Leo’s Life as a Gamer Part 3: The Robotic Rock
Back when my gaming addiction was only beginning to blossom, there seemed to be an abundance of simple and fun games that didn’t pose too much of a challenge — not even to a five year old. One fateful day, my Dad brought me a new game to play that brought a whole new meaning to “challenge.” Even as a young boy, I knew art when I saw it. This game was an absolute masterpiece; easy to admire, interesting to observe, but difficult to fully grasp and comprehend.
It was Megaman 2.
From the opening Capcom jingle (that one that you’re now hearing in your head), to the final desperate struggle against Dr. Wily, Megaman 2 positively shined. The blue bomber rightfully holds a dear place in my heart and I’m delighted to explain why.
Megaman 2 was one of the first (somewhat) non-linear games I ever played. Sure, the levels all go left to right and there’s only one path to each boss, but it’s the order in which you choose to tackle the bosses that makes it so compelling. You have the power to select any level, in any order, at any time. You have the power! Be it Air Man, Quick Man, Metal Man or any of the others, each has their own unique strengths and weaknesses. Fiendishly, the game is designed so that depending on your choices you may end up playing the ultra, mega hard version of the game.
As a child I found this to be simply incredible. I couldn’t fathom that the game could be capable of something so seemingly complex and I was convinced that it could think. It was determined to stop me from winning. So, I was doubly determined to beat it.
There was no way that I — a boy of flesh and blood — would be beaten by a mere grey plastic box, but I was, many, many, many times. I took the wrong path through the bosses time and time again. I witnessed my little blue champion explode numerous times and I saw that dreaded game over screen more than I care to recall. Thus, the “Gamer Rage” seed was planted. Being young, the rage was relatively tame and easy to control, yet it was ever present, bubbling away under the surface, ready to explode at any moment. The “Rage” would follow through my gaming days and Megaman 2 was the catalyst.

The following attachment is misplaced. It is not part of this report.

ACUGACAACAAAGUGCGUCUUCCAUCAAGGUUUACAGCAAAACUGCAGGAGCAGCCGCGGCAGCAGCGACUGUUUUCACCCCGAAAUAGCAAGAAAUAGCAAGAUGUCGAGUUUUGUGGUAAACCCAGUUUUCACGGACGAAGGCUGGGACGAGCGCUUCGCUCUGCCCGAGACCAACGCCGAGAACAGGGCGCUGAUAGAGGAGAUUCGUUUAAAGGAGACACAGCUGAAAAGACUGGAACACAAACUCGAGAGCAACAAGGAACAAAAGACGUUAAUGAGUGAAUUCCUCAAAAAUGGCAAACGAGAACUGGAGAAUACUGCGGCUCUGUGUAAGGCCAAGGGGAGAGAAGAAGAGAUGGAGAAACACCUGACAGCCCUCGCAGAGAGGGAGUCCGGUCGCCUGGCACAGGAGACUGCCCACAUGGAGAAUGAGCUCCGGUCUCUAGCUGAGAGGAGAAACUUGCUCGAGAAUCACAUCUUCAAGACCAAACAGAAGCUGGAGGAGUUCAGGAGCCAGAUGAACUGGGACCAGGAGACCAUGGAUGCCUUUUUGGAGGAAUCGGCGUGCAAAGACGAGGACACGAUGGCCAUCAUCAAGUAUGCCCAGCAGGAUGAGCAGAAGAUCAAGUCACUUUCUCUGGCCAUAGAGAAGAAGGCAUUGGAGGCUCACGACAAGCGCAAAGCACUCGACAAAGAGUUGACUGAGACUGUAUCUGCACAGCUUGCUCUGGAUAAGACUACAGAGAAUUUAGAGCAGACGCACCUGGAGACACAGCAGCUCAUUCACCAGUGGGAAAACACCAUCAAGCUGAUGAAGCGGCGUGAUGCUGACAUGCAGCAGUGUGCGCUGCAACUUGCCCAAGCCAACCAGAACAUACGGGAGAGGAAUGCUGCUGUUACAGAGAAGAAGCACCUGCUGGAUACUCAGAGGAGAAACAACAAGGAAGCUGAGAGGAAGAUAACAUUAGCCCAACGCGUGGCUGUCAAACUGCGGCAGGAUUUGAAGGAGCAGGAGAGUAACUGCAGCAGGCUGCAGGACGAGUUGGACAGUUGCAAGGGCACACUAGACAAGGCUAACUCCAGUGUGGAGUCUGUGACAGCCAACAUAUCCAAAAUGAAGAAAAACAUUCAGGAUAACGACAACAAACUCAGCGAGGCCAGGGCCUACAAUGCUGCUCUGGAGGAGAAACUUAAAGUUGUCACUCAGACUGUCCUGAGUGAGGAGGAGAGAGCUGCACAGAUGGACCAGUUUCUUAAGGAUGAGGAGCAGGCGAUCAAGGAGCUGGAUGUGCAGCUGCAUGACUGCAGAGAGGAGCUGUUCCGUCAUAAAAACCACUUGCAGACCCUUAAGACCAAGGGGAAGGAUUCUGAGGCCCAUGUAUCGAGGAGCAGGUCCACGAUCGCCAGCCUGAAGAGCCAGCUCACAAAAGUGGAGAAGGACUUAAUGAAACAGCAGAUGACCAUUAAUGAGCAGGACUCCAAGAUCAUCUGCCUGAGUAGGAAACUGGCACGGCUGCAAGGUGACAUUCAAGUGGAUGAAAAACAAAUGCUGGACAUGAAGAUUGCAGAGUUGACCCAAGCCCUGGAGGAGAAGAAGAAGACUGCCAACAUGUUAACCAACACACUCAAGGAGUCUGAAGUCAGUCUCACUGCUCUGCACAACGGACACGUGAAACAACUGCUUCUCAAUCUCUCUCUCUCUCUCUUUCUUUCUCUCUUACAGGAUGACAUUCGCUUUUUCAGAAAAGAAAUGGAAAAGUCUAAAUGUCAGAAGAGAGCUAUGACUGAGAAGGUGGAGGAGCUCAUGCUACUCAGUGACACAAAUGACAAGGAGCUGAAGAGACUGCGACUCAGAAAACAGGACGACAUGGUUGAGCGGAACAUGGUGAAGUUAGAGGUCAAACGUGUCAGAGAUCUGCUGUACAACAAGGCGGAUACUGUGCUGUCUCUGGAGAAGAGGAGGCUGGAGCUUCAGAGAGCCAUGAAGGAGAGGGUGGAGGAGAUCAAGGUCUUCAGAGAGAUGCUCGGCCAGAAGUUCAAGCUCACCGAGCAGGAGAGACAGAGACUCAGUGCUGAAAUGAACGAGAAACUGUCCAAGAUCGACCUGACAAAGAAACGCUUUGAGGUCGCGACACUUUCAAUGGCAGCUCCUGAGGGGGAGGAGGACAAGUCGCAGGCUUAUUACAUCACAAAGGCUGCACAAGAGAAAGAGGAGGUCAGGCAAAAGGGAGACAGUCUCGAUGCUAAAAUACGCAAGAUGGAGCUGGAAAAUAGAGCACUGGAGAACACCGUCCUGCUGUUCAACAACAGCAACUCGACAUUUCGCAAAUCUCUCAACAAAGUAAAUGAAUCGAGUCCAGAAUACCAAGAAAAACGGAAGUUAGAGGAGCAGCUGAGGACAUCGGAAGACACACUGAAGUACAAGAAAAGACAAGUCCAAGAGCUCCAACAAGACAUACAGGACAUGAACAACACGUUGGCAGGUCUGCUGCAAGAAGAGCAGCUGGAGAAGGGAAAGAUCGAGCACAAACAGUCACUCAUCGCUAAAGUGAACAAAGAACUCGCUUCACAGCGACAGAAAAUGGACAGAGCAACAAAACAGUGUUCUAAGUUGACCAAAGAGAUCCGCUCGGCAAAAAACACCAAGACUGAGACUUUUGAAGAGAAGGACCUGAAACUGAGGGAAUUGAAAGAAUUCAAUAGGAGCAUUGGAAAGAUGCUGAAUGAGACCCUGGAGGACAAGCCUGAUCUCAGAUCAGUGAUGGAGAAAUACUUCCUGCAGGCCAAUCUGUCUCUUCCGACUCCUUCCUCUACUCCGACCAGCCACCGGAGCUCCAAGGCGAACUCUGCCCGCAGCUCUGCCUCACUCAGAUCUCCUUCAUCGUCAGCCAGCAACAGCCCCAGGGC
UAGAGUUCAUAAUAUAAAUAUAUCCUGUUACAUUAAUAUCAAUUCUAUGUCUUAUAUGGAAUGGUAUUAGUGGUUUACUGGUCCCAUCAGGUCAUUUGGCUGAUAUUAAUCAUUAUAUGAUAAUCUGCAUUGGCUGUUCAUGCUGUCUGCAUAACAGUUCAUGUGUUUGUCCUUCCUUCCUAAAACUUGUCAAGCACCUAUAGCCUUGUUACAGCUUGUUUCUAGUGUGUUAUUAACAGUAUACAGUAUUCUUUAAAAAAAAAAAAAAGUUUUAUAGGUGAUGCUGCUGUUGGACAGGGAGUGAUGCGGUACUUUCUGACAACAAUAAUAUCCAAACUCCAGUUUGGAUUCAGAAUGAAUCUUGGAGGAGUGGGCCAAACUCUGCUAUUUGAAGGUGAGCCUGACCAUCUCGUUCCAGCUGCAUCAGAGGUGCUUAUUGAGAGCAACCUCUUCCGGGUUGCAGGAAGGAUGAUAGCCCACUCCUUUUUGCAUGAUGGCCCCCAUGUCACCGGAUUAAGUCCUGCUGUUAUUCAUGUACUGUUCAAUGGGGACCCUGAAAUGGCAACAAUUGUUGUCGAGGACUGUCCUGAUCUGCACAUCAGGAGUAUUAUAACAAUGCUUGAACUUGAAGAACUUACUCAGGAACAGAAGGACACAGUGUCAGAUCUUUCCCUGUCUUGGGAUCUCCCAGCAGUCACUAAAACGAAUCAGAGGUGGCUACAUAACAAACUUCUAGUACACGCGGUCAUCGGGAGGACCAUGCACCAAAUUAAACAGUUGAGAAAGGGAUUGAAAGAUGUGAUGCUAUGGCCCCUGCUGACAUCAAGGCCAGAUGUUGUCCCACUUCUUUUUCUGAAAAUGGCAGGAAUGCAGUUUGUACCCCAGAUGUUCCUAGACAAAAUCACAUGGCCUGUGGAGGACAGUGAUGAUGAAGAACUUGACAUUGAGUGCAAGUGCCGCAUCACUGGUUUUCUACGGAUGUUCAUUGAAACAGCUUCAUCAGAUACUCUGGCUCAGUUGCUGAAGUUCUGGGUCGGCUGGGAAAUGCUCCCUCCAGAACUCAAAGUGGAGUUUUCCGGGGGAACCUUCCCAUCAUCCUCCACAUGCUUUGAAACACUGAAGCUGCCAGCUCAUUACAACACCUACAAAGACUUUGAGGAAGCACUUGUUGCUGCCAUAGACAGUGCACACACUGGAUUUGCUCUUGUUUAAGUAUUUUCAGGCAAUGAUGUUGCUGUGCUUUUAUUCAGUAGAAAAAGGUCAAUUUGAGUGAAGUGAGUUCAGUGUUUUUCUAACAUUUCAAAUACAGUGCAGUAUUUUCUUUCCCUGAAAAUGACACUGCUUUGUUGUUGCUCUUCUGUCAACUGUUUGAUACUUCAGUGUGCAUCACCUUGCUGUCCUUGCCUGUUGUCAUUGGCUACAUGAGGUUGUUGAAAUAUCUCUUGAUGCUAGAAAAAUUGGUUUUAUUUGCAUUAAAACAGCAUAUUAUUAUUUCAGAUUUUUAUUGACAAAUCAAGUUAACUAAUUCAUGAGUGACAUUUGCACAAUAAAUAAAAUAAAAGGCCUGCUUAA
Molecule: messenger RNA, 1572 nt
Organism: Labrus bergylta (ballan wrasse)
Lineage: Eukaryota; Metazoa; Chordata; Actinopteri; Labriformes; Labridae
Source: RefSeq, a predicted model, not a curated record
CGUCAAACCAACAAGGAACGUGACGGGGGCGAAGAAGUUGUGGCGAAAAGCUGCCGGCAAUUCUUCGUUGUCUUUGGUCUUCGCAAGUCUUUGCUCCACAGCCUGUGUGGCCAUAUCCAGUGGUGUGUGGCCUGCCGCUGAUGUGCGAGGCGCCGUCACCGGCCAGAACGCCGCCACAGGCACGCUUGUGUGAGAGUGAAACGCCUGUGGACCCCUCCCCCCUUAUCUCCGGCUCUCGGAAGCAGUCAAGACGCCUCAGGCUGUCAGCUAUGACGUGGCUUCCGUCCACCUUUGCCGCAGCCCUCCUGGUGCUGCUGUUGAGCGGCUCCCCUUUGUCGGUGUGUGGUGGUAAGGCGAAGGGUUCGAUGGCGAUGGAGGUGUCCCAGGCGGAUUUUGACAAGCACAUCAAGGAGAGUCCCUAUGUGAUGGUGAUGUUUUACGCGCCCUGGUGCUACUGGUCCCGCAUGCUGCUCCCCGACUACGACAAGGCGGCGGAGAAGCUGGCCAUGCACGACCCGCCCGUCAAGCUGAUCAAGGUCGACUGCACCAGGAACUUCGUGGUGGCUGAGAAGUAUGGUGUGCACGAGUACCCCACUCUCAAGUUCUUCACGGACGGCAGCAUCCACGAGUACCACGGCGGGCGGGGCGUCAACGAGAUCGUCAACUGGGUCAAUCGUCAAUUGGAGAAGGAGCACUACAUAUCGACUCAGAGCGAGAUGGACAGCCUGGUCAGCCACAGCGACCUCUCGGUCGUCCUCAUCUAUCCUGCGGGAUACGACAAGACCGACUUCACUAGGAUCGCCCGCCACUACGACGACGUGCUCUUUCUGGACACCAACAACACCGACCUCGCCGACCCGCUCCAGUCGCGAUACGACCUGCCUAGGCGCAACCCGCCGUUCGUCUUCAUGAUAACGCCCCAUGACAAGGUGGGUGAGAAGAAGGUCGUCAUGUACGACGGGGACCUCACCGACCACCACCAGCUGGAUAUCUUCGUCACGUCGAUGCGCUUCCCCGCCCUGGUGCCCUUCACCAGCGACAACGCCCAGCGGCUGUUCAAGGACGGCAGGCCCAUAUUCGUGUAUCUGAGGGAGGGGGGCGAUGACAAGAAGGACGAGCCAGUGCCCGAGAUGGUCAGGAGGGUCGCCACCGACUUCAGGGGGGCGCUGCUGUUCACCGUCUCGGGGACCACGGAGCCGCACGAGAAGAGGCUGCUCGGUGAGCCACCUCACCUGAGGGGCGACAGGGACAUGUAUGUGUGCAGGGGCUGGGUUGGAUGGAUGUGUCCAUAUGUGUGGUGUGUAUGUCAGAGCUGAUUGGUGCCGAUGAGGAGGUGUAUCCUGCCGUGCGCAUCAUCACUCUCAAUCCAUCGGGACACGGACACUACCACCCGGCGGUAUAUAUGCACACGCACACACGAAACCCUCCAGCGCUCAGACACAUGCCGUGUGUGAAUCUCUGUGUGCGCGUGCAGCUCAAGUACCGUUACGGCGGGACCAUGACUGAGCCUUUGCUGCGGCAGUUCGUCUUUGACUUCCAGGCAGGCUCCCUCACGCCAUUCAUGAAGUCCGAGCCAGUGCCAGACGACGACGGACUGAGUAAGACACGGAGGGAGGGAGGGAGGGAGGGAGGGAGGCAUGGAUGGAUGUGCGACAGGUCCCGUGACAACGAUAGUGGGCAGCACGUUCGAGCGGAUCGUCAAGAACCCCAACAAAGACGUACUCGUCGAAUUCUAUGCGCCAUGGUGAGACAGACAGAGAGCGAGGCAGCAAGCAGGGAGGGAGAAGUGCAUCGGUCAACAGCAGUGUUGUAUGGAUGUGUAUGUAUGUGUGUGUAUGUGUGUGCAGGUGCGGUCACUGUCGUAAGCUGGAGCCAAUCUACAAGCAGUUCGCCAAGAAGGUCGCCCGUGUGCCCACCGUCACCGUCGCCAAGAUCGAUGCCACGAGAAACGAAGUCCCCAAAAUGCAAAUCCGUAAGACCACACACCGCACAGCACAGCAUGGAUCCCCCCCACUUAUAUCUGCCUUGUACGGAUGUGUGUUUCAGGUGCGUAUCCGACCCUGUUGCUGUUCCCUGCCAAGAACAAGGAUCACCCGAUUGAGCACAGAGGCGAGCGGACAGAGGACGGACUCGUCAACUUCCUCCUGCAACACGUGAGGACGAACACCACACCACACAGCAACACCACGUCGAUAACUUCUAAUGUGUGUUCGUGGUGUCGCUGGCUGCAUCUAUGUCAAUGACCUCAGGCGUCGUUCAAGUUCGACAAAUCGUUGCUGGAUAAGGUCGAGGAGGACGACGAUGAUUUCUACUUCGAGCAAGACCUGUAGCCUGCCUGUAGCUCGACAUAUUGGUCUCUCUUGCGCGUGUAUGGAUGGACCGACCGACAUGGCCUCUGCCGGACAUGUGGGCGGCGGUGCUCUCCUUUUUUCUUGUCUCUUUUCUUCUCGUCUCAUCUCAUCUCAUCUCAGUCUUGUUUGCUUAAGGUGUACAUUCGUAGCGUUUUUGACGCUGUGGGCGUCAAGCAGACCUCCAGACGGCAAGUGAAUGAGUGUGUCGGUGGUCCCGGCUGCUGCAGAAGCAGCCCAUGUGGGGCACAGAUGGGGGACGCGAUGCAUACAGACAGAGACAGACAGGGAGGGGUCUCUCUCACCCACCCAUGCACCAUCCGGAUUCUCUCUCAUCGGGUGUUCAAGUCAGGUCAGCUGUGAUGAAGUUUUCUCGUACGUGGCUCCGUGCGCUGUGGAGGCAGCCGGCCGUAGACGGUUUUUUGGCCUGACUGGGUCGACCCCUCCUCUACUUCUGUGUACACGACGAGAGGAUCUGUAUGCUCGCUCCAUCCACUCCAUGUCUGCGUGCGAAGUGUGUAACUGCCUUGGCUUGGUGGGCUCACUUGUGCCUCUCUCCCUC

Eventually the idea of tackling the bosses a specific order came to me. I gradually discovered the correct order and gained more confidence in beating the game. The rage was kept in check and I finally beat the last boss, who for me turned out to be Quick Man. Or, so I thought.
As Quick Man’s body disintegrated, I remember doing my first “Completion Dance of Excitement.” I was ecstatic, but only for about four seconds. After I defeated Quick Man, the game revealed that it hadn’t quite finished with me yet. Not only was I not finished, I was FAR from finished. The rage grew until my “Completion Dance of Excitement” morphed into my first “Unbelieving Defeated Foot Stomp of Death” (Patent Pending). All this dancing and stomping and grunts of dismay had attracted the attention of my Dad.
“What the bl***dy hell is going on in here?!”
“Nothing Dad, I promise,” I managed to squeak out.
I knew I had to hide my true nature, for it would be shunned by society. They’d never accept a monster; think of Frankenstein, Dracula or the kid you used to have to “get off ground around.”
“Well, whatever you’re doin’, just stop it. If you can’t play quietly and without screaming at the TV you won’t play at all.”